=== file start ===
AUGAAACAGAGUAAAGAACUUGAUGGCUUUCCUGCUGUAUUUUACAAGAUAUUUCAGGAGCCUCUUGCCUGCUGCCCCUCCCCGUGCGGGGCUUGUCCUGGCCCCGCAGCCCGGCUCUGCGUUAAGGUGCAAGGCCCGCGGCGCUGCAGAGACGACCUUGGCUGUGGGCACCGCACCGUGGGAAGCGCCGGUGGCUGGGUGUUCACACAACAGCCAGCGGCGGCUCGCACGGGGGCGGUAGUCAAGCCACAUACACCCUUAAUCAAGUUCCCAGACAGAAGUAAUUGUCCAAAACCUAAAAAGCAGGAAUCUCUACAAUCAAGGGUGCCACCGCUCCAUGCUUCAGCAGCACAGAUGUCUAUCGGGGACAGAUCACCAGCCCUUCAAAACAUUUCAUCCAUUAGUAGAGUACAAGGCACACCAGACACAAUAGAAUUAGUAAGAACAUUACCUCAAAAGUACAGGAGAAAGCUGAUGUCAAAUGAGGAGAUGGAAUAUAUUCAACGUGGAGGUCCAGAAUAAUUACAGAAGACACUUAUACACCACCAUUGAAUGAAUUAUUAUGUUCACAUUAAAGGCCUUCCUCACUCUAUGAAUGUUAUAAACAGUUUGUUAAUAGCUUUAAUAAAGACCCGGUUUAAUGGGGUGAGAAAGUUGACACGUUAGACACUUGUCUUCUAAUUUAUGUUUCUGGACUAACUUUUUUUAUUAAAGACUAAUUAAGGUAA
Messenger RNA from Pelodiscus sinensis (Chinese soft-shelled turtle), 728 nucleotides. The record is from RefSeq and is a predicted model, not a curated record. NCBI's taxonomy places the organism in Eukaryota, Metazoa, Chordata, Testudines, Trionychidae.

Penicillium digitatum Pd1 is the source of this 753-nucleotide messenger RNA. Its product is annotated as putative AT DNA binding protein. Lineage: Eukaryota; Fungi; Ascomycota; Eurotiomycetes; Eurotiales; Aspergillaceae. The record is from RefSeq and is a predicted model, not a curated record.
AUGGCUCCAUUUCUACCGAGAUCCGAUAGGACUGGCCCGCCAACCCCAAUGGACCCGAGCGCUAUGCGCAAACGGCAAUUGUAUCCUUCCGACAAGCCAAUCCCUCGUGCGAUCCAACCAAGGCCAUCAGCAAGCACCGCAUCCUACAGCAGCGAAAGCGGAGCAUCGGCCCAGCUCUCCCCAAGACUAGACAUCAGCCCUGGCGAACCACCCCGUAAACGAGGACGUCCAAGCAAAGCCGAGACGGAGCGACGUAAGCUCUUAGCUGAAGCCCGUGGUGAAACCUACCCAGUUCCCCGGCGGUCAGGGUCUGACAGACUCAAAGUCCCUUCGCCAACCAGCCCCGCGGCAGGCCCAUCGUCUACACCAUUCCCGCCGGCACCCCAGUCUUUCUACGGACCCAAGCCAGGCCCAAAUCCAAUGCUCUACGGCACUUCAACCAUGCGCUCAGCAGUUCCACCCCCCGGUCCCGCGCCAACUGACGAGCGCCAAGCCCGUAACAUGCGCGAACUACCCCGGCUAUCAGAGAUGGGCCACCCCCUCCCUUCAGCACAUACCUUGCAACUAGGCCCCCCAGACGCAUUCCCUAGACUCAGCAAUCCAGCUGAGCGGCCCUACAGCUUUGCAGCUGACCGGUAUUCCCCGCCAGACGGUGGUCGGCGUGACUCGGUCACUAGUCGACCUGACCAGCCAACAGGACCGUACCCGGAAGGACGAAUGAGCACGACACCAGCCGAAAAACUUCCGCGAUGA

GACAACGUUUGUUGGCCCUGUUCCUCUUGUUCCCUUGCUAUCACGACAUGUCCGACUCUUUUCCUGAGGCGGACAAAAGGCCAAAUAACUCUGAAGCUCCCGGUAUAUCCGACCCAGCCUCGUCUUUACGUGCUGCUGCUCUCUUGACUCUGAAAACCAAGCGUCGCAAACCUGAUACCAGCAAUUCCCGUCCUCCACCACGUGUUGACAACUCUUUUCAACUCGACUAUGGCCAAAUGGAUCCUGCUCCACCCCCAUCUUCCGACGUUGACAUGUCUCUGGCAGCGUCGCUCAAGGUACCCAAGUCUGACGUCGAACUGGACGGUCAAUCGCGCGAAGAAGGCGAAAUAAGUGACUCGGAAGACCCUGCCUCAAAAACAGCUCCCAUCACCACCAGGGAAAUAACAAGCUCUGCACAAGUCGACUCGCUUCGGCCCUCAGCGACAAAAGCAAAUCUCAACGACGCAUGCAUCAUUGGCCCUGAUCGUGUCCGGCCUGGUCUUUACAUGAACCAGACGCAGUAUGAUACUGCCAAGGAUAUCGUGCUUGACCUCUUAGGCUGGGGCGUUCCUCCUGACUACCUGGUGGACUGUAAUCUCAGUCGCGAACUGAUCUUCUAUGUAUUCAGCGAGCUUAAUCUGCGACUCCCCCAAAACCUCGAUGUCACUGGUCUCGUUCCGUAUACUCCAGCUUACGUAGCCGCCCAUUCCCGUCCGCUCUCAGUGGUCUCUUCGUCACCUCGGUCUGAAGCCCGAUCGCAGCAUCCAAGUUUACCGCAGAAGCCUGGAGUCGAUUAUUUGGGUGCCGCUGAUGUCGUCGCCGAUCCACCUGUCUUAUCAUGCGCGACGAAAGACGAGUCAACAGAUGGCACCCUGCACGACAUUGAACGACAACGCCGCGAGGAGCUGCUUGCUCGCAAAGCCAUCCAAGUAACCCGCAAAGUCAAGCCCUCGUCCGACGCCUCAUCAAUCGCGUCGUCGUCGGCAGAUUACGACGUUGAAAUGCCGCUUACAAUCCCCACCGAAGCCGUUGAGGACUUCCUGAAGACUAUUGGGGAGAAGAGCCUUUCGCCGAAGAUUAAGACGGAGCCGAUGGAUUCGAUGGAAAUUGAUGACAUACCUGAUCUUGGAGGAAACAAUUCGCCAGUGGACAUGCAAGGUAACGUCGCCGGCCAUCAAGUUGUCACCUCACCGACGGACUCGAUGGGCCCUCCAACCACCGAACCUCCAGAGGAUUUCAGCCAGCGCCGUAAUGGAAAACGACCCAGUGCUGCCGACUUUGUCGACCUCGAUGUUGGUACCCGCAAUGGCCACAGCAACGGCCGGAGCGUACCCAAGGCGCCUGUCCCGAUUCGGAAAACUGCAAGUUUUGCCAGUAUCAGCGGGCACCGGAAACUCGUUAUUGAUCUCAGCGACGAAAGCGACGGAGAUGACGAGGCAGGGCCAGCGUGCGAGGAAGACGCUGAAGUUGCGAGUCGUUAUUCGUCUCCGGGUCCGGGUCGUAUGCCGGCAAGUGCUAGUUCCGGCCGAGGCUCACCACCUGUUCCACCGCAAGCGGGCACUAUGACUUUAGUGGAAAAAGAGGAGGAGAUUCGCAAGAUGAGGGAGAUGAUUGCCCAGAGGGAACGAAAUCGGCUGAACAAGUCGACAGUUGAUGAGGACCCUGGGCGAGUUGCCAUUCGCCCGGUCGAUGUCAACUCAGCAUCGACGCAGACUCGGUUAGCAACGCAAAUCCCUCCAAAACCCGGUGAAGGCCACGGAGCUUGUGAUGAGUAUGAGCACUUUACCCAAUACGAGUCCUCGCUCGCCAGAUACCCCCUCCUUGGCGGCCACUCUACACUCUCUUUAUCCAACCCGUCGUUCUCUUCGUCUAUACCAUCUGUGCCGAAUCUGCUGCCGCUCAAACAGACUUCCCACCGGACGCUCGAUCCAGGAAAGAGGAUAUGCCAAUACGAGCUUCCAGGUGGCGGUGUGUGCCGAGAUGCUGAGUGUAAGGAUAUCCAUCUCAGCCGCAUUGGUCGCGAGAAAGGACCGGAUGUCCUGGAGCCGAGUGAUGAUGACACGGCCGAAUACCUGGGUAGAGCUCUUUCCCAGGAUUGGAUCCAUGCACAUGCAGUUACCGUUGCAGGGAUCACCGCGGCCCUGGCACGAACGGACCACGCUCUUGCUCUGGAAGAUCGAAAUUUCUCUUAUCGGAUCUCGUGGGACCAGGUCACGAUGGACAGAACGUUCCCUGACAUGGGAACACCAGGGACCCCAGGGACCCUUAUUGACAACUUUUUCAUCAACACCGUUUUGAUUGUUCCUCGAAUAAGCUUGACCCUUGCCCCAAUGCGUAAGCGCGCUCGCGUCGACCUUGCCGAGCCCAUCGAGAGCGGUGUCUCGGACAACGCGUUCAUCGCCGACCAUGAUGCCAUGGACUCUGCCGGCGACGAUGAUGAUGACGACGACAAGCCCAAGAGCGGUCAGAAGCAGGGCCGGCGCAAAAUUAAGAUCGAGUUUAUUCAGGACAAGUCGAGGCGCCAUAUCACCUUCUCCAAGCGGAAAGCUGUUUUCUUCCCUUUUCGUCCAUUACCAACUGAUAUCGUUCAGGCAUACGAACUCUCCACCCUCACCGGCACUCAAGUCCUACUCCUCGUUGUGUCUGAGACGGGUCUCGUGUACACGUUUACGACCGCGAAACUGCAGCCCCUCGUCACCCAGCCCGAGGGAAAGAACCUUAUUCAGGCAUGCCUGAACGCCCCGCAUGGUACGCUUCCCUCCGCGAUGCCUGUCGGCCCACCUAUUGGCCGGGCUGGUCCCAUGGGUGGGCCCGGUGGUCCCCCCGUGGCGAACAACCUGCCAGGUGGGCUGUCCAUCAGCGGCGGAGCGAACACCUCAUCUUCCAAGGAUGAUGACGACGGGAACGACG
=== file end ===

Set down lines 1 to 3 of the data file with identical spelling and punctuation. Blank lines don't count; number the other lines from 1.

AUGAAACAGAGUAAAGAACUUGAUGGCUUUCCUGCUGUAUUUUACAAGAUAUUUCAGGAGCCUCUUGCCUGCUGCCCCUCCCCGUGCGGGGCUUGUCCUGGCCCCGCAGCCCGGCUCUGCGUUAAGGUGCAAGGCCCGCGGCGCUGCAGAGACGACCUUGGCUGUGGGCACCGCACCGUGGGAAGCGCCGGUGGCUGGGUGUUCACACAACAGCCAGCGGCGGCUCGCACGGGGGCGGUAGUCAAGCCACAUACACCCUUAAUCAAGUUCCCAGACAGAAGUAAUUGUCCAAAACCUAAAAAGCAGGAAUCUCUACAAUCAAGGGUGCCACCGCUCCAUGCUUCAGCAGCACAGAUGUCUAUCGGGGACAGAUCACCAGCCCUUCAAAACAUUUCAUCCAUUAGUAGAGUACAAGGCACACCAGACACAAUAGAAUUAGUAAGAACAUUACCUCAAAAGUACAGGAGAAAGCUGAUGUCAAAUGAGGAGAUGGAAUAUAUUCAACGUGGAGGUCCAGAAUAAUUACAGAAGACACUUAUACACCACCAUUGAAUGAAUUAUUAUGUUCACAUUAAAGGCCUUCCUCACUCUAUGAAUGUUAUAAACAGUUUGUUAAUAGCUUUAAUAAAGACCCGGUUUAAUGGGGUGAGAAAGUUGACACGUUAGACACUUGUCUUCUAAUUUAUGUUUCUGGACUAACUUUUUUUAUUAAAGACUAAUUAAGGUAA
Messenger RNA from Pelodiscus sinensis (Chinese soft-shelled turtle), 728 nucleotides. The record is from RefSeq and is a predicted model, not a curated record. NCBI's taxonomy places the organism in Eukaryota, Metazoa, Chordata, Testudines, Trionychidae.

Penicillium digitatum Pd1 is the source of this 753-nucleotide messenger RNA. Its product is annotated as putative AT DNA binding protein. Lineage: Eukaryota; Fungi; Ascomycota; Eurotiomycetes; Eurotiales; Aspergillaceae. The record is from RefSeq and is a predicted model, not a curated record.